which abound in the Bhagavad Gita. Therefore, the Buddhist is at a

    distinct disadvantage.


    The main difference between the Buddhists and the Hindus is over one

    issue and one issue only: that is, the concept of a personal God. There

    are exceptions to this broad generalization. Some sects of devotional

    Buddhists do pray to the Buddha as a God, but for the mainstream this

    isn't true. The Buddhist believes that the end of suffering (salvation)

    comes from personal effort, and not by way of a personal God.


    Some Buddhists assert there is no God, but this is not exactly true. In

    the earliest of all Buddhist scriptures, there are numerous mentions of

    Gods. Countless times the Buddha alludes to the fact that he is both a

    Teacher of men and a Teacher of Gods, and that His position is above

    both. Although the Buddha doesn't really explain that position, it's

    generally concluded he was an ordinary man who found enlightenment. And

    this enlightenment promotes one to a position beyond time, space and

    creation--even above the gods. In fact he was a Jnaan Yogi who went

    farther than any Jnaan Yogi has ever gone.


    Gods are clearly established in these first Terevada scriptures. But it

    is also established that enlightenment does not depend on these Gods.


    The Jnaan scriptures of the Bhagavad Gita clearly establish this same

    position, so for this first path mentioned in the Gita: that is, "The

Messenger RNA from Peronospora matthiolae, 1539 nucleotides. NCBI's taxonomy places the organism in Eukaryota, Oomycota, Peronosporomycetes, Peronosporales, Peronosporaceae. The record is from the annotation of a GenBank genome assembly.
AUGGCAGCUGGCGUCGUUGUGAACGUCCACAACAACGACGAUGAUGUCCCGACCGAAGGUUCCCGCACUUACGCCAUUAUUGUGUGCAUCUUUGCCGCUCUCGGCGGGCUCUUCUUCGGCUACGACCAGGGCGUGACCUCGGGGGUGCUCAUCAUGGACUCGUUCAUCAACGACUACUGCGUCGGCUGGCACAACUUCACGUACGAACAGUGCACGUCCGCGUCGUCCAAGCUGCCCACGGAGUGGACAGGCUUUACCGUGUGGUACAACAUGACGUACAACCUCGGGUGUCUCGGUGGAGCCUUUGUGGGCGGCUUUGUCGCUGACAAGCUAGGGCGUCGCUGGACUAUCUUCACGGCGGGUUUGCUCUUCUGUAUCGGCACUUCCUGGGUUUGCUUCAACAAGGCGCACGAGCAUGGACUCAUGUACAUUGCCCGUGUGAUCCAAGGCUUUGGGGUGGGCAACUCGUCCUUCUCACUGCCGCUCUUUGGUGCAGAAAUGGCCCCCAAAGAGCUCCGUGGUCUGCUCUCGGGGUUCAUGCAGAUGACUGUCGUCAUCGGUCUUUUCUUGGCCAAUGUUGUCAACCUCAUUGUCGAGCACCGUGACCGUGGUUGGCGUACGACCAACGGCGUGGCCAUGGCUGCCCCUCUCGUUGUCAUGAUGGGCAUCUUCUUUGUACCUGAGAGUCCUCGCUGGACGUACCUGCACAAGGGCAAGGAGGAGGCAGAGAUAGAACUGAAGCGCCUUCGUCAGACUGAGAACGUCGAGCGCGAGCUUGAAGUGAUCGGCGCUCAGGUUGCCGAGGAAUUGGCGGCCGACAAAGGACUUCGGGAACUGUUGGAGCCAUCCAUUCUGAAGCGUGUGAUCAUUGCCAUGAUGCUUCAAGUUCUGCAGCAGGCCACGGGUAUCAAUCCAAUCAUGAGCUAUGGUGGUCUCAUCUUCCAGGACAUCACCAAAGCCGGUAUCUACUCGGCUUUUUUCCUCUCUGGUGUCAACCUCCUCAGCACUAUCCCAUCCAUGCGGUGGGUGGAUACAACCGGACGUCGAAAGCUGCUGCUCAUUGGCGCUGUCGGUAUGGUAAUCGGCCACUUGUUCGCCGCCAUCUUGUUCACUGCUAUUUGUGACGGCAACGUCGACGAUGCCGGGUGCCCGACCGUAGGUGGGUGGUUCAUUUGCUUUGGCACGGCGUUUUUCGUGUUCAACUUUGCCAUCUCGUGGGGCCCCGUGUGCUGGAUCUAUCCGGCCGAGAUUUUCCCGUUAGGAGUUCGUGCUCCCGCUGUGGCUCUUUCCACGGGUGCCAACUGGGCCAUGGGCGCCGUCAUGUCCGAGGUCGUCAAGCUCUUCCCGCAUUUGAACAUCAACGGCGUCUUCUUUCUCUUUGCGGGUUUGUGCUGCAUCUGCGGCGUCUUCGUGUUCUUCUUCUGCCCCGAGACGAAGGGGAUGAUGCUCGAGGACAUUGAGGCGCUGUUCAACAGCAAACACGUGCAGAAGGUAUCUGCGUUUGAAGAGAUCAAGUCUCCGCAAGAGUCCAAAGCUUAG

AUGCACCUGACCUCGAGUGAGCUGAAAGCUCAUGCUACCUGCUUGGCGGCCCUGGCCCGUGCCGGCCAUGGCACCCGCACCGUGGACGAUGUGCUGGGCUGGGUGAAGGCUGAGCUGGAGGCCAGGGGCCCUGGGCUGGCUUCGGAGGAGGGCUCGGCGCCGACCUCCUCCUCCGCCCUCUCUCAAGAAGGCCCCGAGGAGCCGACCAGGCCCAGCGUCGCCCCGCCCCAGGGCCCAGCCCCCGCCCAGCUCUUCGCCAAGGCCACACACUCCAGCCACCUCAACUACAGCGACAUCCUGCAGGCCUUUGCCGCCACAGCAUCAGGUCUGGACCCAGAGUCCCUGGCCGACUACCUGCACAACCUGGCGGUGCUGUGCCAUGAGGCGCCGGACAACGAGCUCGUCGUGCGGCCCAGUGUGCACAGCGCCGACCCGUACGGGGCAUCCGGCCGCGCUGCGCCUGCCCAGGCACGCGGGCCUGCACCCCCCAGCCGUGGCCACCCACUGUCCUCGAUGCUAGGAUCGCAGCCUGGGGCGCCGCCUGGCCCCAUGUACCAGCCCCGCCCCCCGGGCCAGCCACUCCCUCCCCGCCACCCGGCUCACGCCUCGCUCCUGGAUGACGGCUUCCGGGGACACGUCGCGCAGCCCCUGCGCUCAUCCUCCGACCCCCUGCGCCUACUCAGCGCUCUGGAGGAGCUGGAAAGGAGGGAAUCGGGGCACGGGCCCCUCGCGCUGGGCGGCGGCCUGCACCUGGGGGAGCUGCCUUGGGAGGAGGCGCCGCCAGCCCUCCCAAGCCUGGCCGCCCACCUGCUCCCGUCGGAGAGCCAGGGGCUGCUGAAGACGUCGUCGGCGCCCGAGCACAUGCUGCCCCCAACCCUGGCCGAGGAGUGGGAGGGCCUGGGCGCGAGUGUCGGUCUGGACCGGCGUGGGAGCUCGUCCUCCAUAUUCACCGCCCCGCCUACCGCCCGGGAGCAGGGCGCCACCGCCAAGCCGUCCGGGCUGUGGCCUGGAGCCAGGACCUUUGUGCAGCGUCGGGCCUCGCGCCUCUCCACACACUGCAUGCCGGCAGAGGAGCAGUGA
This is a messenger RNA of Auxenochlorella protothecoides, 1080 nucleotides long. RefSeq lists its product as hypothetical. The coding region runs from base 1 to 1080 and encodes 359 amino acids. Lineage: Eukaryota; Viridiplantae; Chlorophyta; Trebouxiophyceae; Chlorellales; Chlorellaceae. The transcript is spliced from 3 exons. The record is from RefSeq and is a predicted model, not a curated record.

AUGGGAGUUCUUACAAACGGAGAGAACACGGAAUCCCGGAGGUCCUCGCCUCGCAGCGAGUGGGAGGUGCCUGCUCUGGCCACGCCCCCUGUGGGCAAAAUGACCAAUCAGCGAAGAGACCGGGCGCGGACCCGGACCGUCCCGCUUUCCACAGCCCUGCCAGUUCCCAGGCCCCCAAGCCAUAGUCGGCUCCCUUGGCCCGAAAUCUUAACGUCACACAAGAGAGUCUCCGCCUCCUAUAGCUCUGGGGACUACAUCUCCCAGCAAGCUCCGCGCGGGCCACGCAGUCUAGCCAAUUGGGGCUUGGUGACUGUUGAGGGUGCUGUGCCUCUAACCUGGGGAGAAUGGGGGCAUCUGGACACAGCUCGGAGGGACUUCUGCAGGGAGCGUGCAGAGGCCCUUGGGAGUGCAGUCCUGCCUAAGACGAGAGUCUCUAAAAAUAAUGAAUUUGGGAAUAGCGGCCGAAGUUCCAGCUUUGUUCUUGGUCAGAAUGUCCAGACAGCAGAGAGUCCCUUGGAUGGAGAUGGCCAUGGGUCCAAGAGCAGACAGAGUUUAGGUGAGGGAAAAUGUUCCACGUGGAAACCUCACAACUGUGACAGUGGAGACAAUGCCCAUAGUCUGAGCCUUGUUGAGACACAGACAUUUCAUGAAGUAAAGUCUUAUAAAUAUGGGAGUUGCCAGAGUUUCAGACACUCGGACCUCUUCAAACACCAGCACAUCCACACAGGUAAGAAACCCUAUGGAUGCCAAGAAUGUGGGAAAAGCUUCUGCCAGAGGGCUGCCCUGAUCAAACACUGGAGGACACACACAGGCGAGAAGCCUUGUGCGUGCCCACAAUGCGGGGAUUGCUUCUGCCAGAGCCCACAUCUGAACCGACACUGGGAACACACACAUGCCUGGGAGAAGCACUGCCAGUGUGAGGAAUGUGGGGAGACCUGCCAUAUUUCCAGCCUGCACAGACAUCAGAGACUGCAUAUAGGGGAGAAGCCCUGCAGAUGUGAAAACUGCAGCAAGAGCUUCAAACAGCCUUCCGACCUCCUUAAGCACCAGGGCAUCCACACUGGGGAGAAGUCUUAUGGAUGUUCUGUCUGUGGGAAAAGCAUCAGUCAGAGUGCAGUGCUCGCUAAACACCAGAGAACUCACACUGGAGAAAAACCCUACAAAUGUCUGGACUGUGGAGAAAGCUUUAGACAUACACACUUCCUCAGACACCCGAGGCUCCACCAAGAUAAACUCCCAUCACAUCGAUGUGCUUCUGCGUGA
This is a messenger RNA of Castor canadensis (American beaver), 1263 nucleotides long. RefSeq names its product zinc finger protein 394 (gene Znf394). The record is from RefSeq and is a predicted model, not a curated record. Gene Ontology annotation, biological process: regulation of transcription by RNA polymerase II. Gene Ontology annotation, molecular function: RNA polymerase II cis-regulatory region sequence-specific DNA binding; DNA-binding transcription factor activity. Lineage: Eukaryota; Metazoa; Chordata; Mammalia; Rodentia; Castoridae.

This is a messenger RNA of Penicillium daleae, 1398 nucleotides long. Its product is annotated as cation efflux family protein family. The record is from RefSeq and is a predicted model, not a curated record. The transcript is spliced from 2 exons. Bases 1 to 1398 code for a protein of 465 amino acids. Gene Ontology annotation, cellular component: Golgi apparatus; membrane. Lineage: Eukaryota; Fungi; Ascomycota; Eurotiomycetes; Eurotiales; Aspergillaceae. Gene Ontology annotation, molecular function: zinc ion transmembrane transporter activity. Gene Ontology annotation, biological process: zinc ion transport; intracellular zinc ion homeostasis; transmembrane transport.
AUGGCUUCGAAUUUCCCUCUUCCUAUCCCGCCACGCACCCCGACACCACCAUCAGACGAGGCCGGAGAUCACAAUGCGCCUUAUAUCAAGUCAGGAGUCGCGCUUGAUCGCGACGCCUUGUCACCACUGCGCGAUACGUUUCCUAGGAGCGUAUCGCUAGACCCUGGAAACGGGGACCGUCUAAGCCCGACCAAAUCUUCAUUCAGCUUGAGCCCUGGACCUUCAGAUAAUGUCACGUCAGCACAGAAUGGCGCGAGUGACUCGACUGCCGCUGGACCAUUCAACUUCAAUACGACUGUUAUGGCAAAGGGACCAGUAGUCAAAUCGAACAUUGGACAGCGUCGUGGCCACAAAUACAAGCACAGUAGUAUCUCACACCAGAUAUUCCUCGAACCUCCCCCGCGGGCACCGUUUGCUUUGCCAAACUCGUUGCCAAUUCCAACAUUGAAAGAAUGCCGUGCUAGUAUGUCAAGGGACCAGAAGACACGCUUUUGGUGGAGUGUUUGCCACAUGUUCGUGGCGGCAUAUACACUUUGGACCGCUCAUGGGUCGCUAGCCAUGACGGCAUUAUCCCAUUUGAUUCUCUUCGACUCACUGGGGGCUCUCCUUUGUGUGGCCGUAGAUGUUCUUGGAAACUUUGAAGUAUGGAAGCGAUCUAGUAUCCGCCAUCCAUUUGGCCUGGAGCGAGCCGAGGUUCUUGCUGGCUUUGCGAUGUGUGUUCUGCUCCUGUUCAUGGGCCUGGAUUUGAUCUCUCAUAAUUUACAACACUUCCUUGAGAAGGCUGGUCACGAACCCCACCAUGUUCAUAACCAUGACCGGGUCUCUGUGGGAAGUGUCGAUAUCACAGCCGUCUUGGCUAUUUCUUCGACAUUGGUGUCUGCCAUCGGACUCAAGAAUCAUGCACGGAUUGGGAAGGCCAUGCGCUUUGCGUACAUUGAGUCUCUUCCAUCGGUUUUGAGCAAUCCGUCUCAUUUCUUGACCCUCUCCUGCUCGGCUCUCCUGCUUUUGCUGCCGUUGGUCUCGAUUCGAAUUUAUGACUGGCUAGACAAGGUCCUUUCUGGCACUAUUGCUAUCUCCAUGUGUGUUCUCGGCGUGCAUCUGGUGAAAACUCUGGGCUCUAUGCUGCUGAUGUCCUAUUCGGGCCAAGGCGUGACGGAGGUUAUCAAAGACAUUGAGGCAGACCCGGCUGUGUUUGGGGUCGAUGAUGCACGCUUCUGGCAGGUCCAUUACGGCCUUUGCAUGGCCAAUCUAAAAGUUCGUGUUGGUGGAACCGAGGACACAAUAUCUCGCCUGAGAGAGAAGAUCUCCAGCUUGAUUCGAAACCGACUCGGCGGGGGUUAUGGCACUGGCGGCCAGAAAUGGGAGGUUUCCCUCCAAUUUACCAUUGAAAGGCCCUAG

path of (Jnaan) Self-knowledge for the contemplative ones (3:03)," the

    Buddhist have no quarrel. The problem comes from the second path,

    "Unselfish work (Seva, Karma-yoga) for all others. (3.03)


    Krishna explains this path as follows, "Do your duty to the best of your

    ability, O Arjuna, with your mind attached to the Lord, abandoning worry

    and selfish attachment to the results, and remaining calm in both

    success and failure. The selfless service is a yogic practice that

    brings peace and equanimity of mind. (2.48)" With one's mind attached to

    Krishna, this second path suggests a personal God, and this seems at

    first to present an unreconcilable difference. But it really doesn't.


    In order to examine the matter, it's necessary to digress momentarily

    and address the number one problem facing the Buddhist missionaries in

    the west. The Western student of Buddhism has no trouble with the

    philosophy or with the meditation. The problem comes in practice. Most

    have difficulty practicing "mindfulness" in the work-a-day-world. It is

    hard practicing mindfulness: that is, paying attention amid the

    distractions of a hectic work life. Many believe that mindfulness can

    only be practiced effectively by monks and, therefore, not for

    householders at all. Others believe anyone under any conditions can

    practice mindfulness.


    It's this writer's opinion from actual personal experience, the Buddha's

    mindfulness is not practical in the work place. It's a practice for

    monks only, or for householders on some holiday-- not at work. In our

    hectic Western work environment, it's necessary to concentrate on the

    job-- not on just paying attention. This is where the Gita offers a

    dramatic advantage to present Buddhist teachings. Verse 2:48 of the Gita

    given above is a kind of mindfulness, but this mindfulness can be

    practiced in the work place with tremendous success.


    Naturally no Buddhist would call this mindfulness, since it involves,

    doing one's duty with one's mind on God, dedicating the fruits of

    actions (results of work) to the Lord. But the Gita says it's not a

    separate path. In fact it says: "The ignorant not the wise consider

    the path of Self-knowledge and the path of selfless service (Karma-yoga)

    as different from each other. The person, who has truly mastered one,

    gets the benefits of both. (5.04)" And:


    "Whatever goal a renunciant reaches, a Karma-yogi also reaches the same